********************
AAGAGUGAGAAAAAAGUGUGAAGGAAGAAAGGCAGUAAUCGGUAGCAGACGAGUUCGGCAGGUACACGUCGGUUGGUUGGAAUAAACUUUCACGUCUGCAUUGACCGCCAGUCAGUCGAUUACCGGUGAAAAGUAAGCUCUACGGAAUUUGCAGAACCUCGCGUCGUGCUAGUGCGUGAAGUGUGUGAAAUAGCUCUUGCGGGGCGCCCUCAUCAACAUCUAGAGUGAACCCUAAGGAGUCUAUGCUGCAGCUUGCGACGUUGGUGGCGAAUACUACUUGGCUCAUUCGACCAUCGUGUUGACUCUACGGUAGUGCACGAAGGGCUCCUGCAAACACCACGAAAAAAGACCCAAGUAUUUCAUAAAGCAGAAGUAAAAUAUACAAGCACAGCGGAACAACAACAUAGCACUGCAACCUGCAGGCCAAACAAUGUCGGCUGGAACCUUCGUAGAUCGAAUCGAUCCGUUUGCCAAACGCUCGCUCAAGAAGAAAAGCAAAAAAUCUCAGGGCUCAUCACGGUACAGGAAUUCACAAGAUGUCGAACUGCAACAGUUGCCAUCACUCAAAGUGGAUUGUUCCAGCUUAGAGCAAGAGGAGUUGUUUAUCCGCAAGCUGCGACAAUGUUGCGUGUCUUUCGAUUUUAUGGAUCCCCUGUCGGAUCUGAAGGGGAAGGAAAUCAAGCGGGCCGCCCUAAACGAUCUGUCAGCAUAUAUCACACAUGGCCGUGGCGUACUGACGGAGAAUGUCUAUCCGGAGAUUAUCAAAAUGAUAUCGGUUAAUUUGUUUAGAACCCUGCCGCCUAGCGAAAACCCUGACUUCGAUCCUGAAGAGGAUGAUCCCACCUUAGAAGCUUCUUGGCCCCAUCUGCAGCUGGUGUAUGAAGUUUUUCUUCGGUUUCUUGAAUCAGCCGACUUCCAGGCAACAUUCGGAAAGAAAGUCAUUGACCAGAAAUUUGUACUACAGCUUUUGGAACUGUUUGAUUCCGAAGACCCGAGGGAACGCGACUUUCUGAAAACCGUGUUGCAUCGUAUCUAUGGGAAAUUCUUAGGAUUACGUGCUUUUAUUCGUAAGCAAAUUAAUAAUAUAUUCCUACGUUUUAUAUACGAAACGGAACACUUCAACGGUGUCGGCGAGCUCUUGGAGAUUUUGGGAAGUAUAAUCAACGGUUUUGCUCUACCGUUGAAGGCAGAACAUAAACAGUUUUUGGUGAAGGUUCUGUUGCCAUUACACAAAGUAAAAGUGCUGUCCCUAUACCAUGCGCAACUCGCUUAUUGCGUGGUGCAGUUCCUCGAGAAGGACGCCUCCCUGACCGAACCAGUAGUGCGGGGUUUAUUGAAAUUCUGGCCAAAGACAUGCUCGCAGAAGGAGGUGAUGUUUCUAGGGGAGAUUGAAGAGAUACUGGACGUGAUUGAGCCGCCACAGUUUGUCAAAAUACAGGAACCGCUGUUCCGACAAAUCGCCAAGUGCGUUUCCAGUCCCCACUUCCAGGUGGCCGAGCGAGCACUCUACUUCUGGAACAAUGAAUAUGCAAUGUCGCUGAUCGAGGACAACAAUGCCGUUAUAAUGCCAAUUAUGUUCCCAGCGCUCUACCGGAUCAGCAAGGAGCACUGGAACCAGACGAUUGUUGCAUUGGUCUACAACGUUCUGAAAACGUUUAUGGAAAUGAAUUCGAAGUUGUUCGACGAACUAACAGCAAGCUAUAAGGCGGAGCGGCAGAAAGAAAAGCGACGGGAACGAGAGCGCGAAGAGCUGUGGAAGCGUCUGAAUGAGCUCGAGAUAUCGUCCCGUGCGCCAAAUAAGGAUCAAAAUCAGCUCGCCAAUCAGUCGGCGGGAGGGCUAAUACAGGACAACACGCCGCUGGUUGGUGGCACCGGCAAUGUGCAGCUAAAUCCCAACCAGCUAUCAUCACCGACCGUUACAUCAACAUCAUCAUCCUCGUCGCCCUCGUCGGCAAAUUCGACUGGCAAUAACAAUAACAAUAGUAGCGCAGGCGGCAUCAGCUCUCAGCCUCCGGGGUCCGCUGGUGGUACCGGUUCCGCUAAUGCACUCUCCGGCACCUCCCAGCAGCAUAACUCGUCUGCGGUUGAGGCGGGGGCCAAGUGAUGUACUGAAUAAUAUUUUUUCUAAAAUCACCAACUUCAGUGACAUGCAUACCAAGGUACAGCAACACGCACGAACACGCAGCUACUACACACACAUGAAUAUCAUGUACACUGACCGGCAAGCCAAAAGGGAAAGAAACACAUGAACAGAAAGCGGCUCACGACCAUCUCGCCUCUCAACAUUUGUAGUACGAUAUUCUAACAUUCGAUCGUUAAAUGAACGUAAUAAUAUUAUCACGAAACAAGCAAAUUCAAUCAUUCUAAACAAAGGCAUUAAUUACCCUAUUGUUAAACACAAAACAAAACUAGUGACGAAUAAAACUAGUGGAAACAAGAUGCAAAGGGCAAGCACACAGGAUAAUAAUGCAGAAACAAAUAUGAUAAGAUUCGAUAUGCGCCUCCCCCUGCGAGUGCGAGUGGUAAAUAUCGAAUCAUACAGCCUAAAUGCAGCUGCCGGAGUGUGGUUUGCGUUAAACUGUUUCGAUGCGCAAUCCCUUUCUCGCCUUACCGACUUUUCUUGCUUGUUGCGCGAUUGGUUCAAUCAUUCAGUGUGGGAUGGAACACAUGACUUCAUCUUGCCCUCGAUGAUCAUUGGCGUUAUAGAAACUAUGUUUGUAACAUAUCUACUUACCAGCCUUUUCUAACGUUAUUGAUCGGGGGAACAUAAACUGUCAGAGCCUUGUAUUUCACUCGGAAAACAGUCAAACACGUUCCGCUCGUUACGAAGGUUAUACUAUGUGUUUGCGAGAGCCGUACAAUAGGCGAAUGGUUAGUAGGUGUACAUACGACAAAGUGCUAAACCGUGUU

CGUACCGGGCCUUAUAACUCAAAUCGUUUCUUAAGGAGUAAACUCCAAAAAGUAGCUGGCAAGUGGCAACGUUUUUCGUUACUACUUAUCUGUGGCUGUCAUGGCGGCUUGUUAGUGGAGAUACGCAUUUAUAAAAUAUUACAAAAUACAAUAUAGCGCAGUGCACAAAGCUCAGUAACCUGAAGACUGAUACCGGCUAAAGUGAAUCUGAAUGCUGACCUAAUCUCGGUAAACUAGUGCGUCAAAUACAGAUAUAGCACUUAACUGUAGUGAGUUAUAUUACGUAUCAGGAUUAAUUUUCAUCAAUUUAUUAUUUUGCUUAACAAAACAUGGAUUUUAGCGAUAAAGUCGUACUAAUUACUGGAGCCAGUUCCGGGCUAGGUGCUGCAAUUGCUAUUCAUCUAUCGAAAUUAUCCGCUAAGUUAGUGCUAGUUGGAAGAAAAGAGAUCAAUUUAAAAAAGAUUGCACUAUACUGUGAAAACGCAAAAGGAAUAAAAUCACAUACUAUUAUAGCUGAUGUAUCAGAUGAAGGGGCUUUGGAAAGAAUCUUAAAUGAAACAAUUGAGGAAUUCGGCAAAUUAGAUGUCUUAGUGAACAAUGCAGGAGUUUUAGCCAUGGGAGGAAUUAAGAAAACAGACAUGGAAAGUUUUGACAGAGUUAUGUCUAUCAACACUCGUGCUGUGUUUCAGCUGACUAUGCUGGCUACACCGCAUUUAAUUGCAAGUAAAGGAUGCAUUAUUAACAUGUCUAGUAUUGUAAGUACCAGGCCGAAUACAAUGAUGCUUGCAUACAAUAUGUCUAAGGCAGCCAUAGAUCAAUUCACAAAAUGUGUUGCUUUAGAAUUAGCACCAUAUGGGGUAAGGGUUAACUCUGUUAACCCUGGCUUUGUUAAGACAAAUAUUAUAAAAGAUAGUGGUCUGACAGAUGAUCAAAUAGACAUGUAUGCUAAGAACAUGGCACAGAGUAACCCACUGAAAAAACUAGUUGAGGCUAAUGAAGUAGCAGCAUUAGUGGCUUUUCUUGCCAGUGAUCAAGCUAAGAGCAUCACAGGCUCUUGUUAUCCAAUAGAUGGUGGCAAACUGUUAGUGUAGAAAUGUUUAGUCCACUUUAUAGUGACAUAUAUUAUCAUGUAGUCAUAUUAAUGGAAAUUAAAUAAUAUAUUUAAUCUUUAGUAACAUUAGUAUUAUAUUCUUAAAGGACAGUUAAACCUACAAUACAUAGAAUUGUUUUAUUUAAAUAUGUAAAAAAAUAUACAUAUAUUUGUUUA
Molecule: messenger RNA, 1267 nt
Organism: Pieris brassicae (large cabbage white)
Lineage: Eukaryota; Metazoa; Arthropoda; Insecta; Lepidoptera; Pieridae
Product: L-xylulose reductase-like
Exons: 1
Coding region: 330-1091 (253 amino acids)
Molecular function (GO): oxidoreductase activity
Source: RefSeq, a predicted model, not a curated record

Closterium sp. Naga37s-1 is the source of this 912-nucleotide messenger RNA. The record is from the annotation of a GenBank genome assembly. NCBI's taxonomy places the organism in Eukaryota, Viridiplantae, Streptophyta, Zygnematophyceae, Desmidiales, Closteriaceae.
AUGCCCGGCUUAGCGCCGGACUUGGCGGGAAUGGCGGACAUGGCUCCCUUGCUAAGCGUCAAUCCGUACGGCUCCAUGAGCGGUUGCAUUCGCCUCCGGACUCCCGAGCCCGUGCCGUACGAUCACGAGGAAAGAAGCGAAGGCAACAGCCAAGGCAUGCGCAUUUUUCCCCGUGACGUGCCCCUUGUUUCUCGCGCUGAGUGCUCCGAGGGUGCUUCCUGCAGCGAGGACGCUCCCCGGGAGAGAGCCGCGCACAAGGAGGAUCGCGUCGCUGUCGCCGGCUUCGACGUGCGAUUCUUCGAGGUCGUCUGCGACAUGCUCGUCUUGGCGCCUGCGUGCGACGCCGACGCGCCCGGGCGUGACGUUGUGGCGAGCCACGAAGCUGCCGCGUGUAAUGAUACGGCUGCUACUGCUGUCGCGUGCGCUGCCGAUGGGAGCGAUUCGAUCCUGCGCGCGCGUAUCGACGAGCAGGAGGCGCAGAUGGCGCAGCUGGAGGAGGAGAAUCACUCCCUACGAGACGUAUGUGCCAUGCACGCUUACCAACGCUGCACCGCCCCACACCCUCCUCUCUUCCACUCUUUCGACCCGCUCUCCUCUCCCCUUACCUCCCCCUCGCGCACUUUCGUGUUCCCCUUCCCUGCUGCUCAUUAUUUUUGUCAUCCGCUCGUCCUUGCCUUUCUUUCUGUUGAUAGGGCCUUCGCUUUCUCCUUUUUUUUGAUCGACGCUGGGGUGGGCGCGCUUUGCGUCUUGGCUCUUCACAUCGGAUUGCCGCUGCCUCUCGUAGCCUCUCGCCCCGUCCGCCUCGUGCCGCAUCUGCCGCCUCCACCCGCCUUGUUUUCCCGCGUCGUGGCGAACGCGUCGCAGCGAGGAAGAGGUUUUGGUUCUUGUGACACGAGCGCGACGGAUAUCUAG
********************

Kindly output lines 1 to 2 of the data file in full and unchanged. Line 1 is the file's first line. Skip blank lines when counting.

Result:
AAGAGUGAGAAAAAAGUGUGAAGGAAGAAAGGCAGUAAUCGGUAGCAGACGAGUUCGGCAGGUACACGUCGGUUGGUUGGAAUAAACUUUCACGUCUGCAUUGACCGCCAGUCAGUCGAUUACCGGUGAAAAGUAAGCUCUACGGAAUUUGCAGAACCUCGCGUCGUGCUAGUGCGUGAAGUGUGUGAAAUAGCUCUUGCGGGGCGCCCUCAUCAACAUCUAGAGUGAACCCUAAGGAGUCUAUGCUGCAGCUUGCGACGUUGGUGGCGAAUACUACUUGGCUCAUUCGACCAUCGUGUUGACUCUACGGUAGUGCACGAAGGGCUCCUGCAAACACCACGAAAAAAGACCCAAGUAUUUCAUAAAGCAGAAGUAAAAUAUACAAGCACAGCGGAACAACAACAUAGCACUGCAACCUGCAGGCCAAACAAUGUCGGCUGGAACCUUCGUAGAUCGAAUCGAUCCGUUUGCCAAACGCUCGCUCAAGAAGAAAAGCAAAAAAUCUCAGGGCUCAUCACGGUACAGGAAUUCACAAGAUGUCGAACUGCAACAGUUGCCAUCACUCAAAGUGGAUUGUUCCAGCUUAGAGCAAGAGGAGUUGUUUAUCCGCAAGCUGCGACAAUGUUGCGUGUCUUUCGAUUUUAUGGAUCCCCUGUCGGAUCUGAAGGGGAAGGAAAUCAAGCGGGCCGCCCUAAACGAUCUGUCAGCAUAUAUCACACAUGGCCGUGGCGUACUGACGGAGAAUGUCUAUCCGGAGAUUAUCAAAAUGAUAUCGGUUAAUUUGUUUAGAACCCUGCCGCCUAGCGAAAACCCUGACUUCGAUCCUGAAGAGGAUGAUCCCACCUUAGAAGCUUCUUGGCCCCAUCUGCAGCUGGUGUAUGAAGUUUUUCUUCGGUUUCUUGAAUCAGCCGACUUCCAGGCAACAUUCGGAAAGAAAGUCAUUGACCAGAAAUUUGUACUACAGCUUUUGGAACUGUUUGAUUCCGAAGACCCGAGGGAACGCGACUUUCUGAAAACCGUGUUGCAUCGUAUCUAUGGGAAAUUCUUAGGAUUACGUGCUUUUAUUCGUAAGCAAAUUAAUAAUAUAUUCCUACGUUUUAUAUACGAAACGGAACACUUCAACGGUGUCGGCGAGCUCUUGGAGAUUUUGGGAAGUAUAAUCAACGGUUUUGCUCUACCGUUGAAGGCAGAACAUAAACAGUUUUUGGUGAAGGUUCUGUUGCCAUUACACAAAGUAAAAGUGCUGUCCCUAUACCAUGCGCAACUCGCUUAUUGCGUGGUGCAGUUCCUCGAGAAGGACGCCUCCCUGACCGAACCAGUAGUGCGGGGUUUAUUGAAAUUCUGGCCAAAGACAUGCUCGCAGAAGGAGGUGAUGUUUCUAGGGGAGAUUGAAGAGAUACUGGACGUGAUUGAGCCGCCACAGUUUGUCAAAAUACAGGAACCGCUGUUCCGACAAAUCGCCAAGUGCGUUUCCAGUCCCCACUUCCAGGUGGCCGAGCGAGCACUCUACUUCUGGAACAAUGAAUAUGCAAUGUCGCUGAUCGAGGACAACAAUGCCGUUAUAAUGCCAAUUAUGUUCCCAGCGCUCUACCGGAUCAGCAAGGAGCACUGGAACCAGACGAUUGUUGCAUUGGUCUACAACGUUCUGAAAACGUUUAUGGAAAUGAAUUCGAAGUUGUUCGACGAACUAACAGCAAGCUAUAAGGCGGAGCGGCAGAAAGAAAAGCGACGGGAACGAGAGCGCGAAGAGCUGUGGAAGCGUCUGAAUGAGCUCGAGAUAUCGUCCCGUGCGCCAAAUAAGGAUCAAAAUCAGCUCGCCAAUCAGUCGGCGGGAGGGCUAAUACAGGACAACACGCCGCUGGUUGGUGGCACCGGCAAUGUGCAGCUAAAUCCCAACCAGCUAUCAUCACCGACCGUUACAUCAACAUCAUCAUCCUCGUCGCCCUCGUCGGCAAAUUCGACUGGCAAUAACAAUAACAAUAGUAGCGCAGGCGGCAUCAGCUCUCAGCCUCCGGGGUCCGCUGGUGGUACCGGUUCCGCUAAUGCACUCUCCGGCACCUCCCAGCAGCAUAACUCGUCUGCGGUUGAGGCGGGGGCCAAGUGAUGUACUGAAUAAUAUUUUUUCUAAAAUCACCAACUUCAGUGACAUGCAUACCAAGGUACAGCAACACGCACGAACACGCAGCUACUACACACACAUGAAUAUCAUGUACACUGACCGGCAAGCCAAAAGGGAAAGAAACACAUGAACAGAAAGCGGCUCACGACCAUCUCGCCUCUCAACAUUUGUAGUACGAUAUUCUAACAUUCGAUCGUUAAAUGAACGUAAUAAUAUUAUCACGAAACAAGCAAAUUCAAUCAUUCUAAACAAAGGCAUUAAUUACCCUAUUGUUAAACACAAAACAAAACUAGUGACGAAUAAAACUAGUGGAAACAAGAUGCAAAGGGCAAGCACACAGGAUAAUAAUGCAGAAACAAAUAUGAUAAGAUUCGAUAUGCGCCUCCCCCUGCGAGUGCGAGUGGUAAAUAUCGAAUCAUACAGCCUAAAUGCAGCUGCCGGAGUGUGGUUUGCGUUAAACUGUUUCGAUGCGCAAUCCCUUUCUCGCCUUACCGACUUUUCUUGCUUGUUGCGCGAUUGGUUCAAUCAUUCAGUGUGGGAUGGAACACAUGACUUCAUCUUGCCCUCGAUGAUCAUUGGCGUUAUAGAAACUAUGUUUGUAACAUAUCUACUUACCAGCCUUUUCUAACGUUAUUGAUCGGGGGAACAUAAACUGUCAGAGCCUUGUAUUUCACUCGGAAAACAGUCAAACACGUUCCGCUCGUUACGAAGGUUAUACUAUGUGUUUGCGAGAGCCGUACAAUAGGCGAAUGGUUAGUAGGUGUACAUACGACAAAGUGCUAAACCGUGUU

CGUACCGGGCCUUAUAACUCAAAUCGUUUCUUAAGGAGUAAACUCCAAAAAGUAGCUGGCAAGUGGCAACGUUUUUCGUUACUACUUAUCUGUGGCUGUCAUGGCGGCUUGUUAGUGGAGAUACGCAUUUAUAAAAUAUUACAAAAUACAAUAUAGCGCAGUGCACAAAGCUCAGUAACCUGAAGACUGAUACCGGCUAAAGUGAAUCUGAAUGCUGACCUAAUCUCGGUAAACUAGUGCGUCAAAUACAGAUAUAGCACUUAACUGUAGUGAGUUAUAUUACGUAUCAGGAUUAAUUUUCAUCAAUUUAUUAUUUUGCUUAACAAAACAUGGAUUUUAGCGAUAAAGUCGUACUAAUUACUGGAGCCAGUUCCGGGCUAGGUGCUGCAAUUGCUAUUCAUCUAUCGAAAUUAUCCGCUAAGUUAGUGCUAGUUGGAAGAAAAGAGAUCAAUUUAAAAAAGAUUGCACUAUACUGUGAAAACGCAAAAGGAAUAAAAUCACAUACUAUUAUAGCUGAUGUAUCAGAUGAAGGGGCUUUGGAAAGAAUCUUAAAUGAAACAAUUGAGGAAUUCGGCAAAUUAGAUGUCUUAGUGAACAAUGCAGGAGUUUUAGCCAUGGGAGGAAUUAAGAAAACAGACAUGGAAAGUUUUGACAGAGUUAUGUCUAUCAACACUCGUGCUGUGUUUCAGCUGACUAUGCUGGCUACACCGCAUUUAAUUGCAAGUAAAGGAUGCAUUAUUAACAUGUCUAGUAUUGUAAGUACCAGGCCGAAUACAAUGAUGCUUGCAUACAAUAUGUCUAAGGCAGCCAUAGAUCAAUUCACAAAAUGUGUUGCUUUAGAAUUAGCACCAUAUGGGGUAAGGGUUAACUCUGUUAACCCUGGCUUUGUUAAGACAAAUAUUAUAAAAGAUAGUGGUCUGACAGAUGAUCAAAUAGACAUGUAUGCUAAGAACAUGGCACAGAGUAACCCACUGAAAAAACUAGUUGAGGCUAAUGAAGUAGCAGCAUUAGUGGCUUUUCUUGCCAGUGAUCAAGCUAAGAGCAUCACAGGCUCUUGUUAUCCAAUAGAUGGUGGCAAACUGUUAGUGUAGAAAUGUUUAGUCCACUUUAUAGUGACAUAUAUUAUCAUGUAGUCAUAUUAAUGGAAAUUAAAUAAUAUAUUUAAUCUUUAGUAACAUUAGUAUUAUAUUCUUAAAGGACAGUUAAACCUACAAUACAUAGAAUUGUUUUAUUUAAAUAUGUAAAAAAAUAUACAUAUAUUUGUUUA